Brampton real estate prices have been on a steady incline in recent years, so it’s little surprise that the city’s housing market ranked #13 of 16 Canadian cities when it comes to housing affordability, according to the 2020 RE/MAX Housing Affordability Report. However, cost-conscious home hunters in search of a good deal can still find one in the communities of Madoc and North Park, which have been named the most affordable neighbourhoods to buy a home in Brampton.
Factors contributing to Brampton real estate prices
Brampton real estate prices have been on the rise, experiencing a four-per-cent increase from 2018 to 2019, and another five-per-cent increase expected this year (source: 2020 Housing Market Outlook Report). This has been a contributing factor in Brampton being named one of Canada’s least-affordable housing markets.
In its inaugural Housing Affordability Report, RE/MAX examined 16 of Canada’s most-populous regions and ranked them on an affordability scale, with #1 being the most affordable and #16 being the least affordable. RE/MAX brokers were surveyed about average home sale prices and whether they believe real estate in their region is overvalued, undervalued, or right on the money. Brampton real estate came in at #13 of 16 cities. Canada’s most affordable city to buy a home is Regina (#1) and the least affordable place to buy a home is Vancouver (#16).
RE/MAX’s affordability ranking was determined by assessing the percentage of a buyer’s monthly income needed to carry a mortgage, assuming a down payment of 25 per cent, and based on the forecasted 2020 average sale price per region and the forecasted 2019 average household income.
Brampton real estate is currently considered to be undervalued when compared to the rest of Peel Region and the Greater Toronto Area as a whole. The average sale price of residential Brampton real estate was $726,948 in 2019.
Brampton’s high level of liveability is being credited with rising demand for homes. The region offers easy access to downtown Toronto via highways and GO Transit, making it attractive to professionals. The region also houses a high supply of employment opportunities in the service, logistics, light manufacturing and medical sectors.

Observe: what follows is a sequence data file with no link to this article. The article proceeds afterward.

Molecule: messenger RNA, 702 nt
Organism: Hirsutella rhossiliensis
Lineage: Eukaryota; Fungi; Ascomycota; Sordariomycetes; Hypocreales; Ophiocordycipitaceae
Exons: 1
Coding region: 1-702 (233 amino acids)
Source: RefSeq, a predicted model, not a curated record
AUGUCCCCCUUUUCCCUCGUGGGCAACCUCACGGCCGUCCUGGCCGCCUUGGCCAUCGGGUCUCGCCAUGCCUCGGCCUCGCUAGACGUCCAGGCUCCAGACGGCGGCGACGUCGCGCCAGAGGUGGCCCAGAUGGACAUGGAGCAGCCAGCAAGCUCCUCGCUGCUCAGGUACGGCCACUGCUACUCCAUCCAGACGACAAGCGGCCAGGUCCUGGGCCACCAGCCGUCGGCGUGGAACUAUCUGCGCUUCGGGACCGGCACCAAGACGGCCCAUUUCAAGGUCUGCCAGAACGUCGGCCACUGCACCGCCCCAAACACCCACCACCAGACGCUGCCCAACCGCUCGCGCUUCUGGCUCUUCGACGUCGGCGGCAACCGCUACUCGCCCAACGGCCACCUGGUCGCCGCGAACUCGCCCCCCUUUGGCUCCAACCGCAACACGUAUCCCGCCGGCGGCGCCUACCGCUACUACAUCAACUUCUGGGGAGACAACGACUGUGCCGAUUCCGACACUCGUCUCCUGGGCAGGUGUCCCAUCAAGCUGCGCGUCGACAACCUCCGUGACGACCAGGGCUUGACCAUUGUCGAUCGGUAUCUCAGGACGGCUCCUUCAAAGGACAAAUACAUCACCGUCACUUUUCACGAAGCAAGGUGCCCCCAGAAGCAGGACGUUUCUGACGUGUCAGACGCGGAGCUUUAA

At the high end of the affordability spectrum, the region’s least affordable neighbourhoods include Castlemore, Bram West and Credit Valley.
Despite the commonly held notion that housing in Canada is unaffordable, the report finds that the vast majority of Canada’s largest urban centres (75 per cent) are currently undervalued, according to a survey of RE/MAX brokers in 16 of Canada’s most-populous cities.
In its report, RE/MAX explored the most popular property types sought by first-time homebuyers, the least and most affordable neighbourhoods in each of the 16 housing markets, factors preventing buyers from entering the market, and methods homebuyers are using to enhance the affordability of homes. Current and prospective Canadian homeowners were also surveyed about their sentiments around home ownership, barriers to owning a home, financial factors impacting home ownership, and what could potentially improve housing affordability.
Lydia McNutt is an award-winning journalist and editor, with almost two decades of experience in the real estate sector. At RE/MAX, Lydia is responsible for developing consumer-facing content while promoting the RE/MAX brand. This includes housing market reports and RE/MAX network news featured on the RE/MAX Canada blog and social media channels. Lydia has been published nationally on topics ranging from real estate, architecture, decor and design, to finance, business, technology, entertainment and lifestyle. When she’s not head-down at her writing desk, Lydia is busy “momming” in Oakville, Ontario, where she lives with her husband, two kids and their chocolate lab, Betty. Email Lydia at email@example.com